Women are not obliged to spend time as a nun, but you will still likely see ladies and young girls in their pink robes, especially when in hubs of Buddhism in Myanmar such as Mandalay and Sagaing. Whereas the boys usually stay mute when out collecting alms in the morning, the young nuns are known to sing while on their way.
The second Myanmar religion is arguably the curious nat worship, widespread in the country and thought to long predate the life of Buddha. The word nat is derived from the Pali word meaning ‘lord’ or ‘guardian’ and some of the Burmese nat are derivations of Hindu deities. The nat can also be spirits of humans who have died in dramatic or tragic circumstances.
Muslims have lived in the country since the 9th Century – possibly as far back as the 6th century in the Kingdom of Mrauk U in modern-day Rakhine State. However the exact percentage of the population that is Muslim is hard to ascertain, signaling the awkward position that Islam has come to take in Myanmar society. A conservative estimate would put the Muslim population of Myanmar at around 10%.
The population of Muslims increased rapidly under British colonial rule and fell again at the outbreak of the Second World War. Since the military coup of 1962 Muslims of various ethnicities have been targeted as illegal immigrants and subject to abuse and discrimination throughout the country.
Anglican, Baptist, and Catholic missionaries have been active in Myanmar for centuries. Subsequently, 6% of the population is thought to be Christian, particularly in the highland minority areas of Chin and Kachin.
Yangon has a small Jewish community, bolstered in recent years by a growing number of expatriates. Before the Second World War the city’s Jewish population was as large as 2,500. However the coup of ’62 encouraged most to flee.
Coming out of years of military dictatorship, after the sweeping election victory in 2015 of the National League for Democracy (NLD), Myanmar was heralded as a shining beacon of democratic freedoms in Southeast Asia.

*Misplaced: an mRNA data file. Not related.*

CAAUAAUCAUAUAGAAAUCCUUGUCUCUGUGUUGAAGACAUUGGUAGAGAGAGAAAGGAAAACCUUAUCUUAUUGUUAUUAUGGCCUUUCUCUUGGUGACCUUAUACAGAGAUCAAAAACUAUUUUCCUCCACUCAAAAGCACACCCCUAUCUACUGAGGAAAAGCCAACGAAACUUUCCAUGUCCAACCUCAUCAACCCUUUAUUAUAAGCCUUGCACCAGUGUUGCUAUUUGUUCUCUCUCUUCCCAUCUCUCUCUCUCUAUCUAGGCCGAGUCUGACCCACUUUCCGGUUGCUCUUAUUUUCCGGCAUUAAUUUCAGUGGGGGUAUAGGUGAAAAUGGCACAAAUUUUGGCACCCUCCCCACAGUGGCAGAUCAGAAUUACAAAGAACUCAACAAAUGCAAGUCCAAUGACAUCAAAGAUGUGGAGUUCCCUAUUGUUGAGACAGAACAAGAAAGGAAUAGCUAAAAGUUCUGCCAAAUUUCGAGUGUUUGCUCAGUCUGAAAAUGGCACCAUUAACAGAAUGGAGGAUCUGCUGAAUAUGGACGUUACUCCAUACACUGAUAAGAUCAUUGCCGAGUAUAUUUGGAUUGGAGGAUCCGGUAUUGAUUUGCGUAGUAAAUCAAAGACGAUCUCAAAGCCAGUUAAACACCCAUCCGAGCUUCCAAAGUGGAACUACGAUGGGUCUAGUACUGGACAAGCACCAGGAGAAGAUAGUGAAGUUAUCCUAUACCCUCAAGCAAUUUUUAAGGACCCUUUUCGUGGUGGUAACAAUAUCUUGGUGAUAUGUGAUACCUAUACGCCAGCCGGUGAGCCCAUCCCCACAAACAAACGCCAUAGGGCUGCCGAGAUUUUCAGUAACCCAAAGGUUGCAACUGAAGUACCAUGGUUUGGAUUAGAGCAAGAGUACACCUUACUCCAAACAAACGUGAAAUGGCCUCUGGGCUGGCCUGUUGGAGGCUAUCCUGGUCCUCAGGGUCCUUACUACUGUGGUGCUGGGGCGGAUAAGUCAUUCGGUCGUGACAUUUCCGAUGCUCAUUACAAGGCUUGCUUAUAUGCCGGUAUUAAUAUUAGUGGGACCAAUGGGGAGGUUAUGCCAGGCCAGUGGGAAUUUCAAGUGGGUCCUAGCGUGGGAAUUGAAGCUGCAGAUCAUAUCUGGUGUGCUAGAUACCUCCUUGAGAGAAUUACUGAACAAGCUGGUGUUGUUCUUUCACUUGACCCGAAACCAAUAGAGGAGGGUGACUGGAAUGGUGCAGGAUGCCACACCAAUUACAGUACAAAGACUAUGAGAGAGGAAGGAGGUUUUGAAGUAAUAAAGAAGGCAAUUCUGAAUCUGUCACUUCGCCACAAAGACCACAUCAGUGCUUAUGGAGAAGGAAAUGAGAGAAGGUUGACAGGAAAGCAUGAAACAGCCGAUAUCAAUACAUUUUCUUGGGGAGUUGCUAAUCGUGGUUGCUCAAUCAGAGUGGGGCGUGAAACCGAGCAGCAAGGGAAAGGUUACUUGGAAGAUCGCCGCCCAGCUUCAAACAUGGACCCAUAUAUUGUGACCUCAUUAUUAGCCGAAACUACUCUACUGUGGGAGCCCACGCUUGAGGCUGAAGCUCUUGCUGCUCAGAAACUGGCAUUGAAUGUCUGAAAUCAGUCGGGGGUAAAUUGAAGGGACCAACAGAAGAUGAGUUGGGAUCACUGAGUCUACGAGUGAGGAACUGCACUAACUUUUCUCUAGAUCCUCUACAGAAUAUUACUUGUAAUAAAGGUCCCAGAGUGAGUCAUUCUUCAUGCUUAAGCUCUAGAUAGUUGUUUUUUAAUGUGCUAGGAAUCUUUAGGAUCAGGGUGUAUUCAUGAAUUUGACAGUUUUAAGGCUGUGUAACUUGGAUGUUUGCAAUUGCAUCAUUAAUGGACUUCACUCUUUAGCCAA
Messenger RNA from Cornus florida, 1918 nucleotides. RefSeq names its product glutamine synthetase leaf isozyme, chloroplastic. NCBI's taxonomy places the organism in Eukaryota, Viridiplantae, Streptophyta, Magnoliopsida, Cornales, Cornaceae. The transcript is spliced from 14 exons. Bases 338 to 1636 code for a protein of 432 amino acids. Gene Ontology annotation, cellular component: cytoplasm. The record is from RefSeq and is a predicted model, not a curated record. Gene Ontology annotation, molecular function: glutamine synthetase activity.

It has not turned out quite so rosy.
The NLD’s poor record on human rights since coming to power, coupled with its curtailing of press freedoms, and the constraints of the 2008 constitution, have hampered the country’s progression towards a democratic idyll.
The 2008 constitution reserves a quarter of all parliamentary seats at both national and state level for unelected military candidates. This allows the military a casting vote on any constitutional change, which always requires a majority of over 75%.
Key cabinet positions are reserved for serving military officers and the Commander-in-Chief of the armed forces has far-reaching powers.
The question people often ask about the Myanmar political system is: “How much power does Aung San Suu Kyi have?” Certain conditions prevent her from becoming president. It is for this reason that she created the position of State Counsellor. In the run-up to the 2015 election she clearly stated that this position would be “above” the president. In terms of the NLD heiratchy, Aung San Suu Kyi is unchallenged at the pinnacle.
With around 60% of the seats in both houses of the national parliament, the NLD has the power to propose, draft and approve new laws. However the military is firmly in control in the departments of defense and home affairs.
The military also has support through its own political party – the Union Solidarity & Development Party (USDP) – which is in the driving seat of the ministries of Immigration & Population and Religious Affairs & Culture.
Despite the parliamentary arithmetic and her undoubtable moral authority over the people of Myanmar, there should be no doubt that Aung San Suu Kyi is walking along a precarious tight-rope as she attempts to govern the county and lead it gently towards constitutional change.
The Rohingya have been described as the most persecuted people in the world.
But for many people in Myanmar – from military generals to the pro-democracy avant-garde – they do not even exist.
Most Myanmar people believe that the Rohingya are illegal immigrants from Bangladesh who have created the identity “Rohingya” so to strengthen their case for citizenship within the country.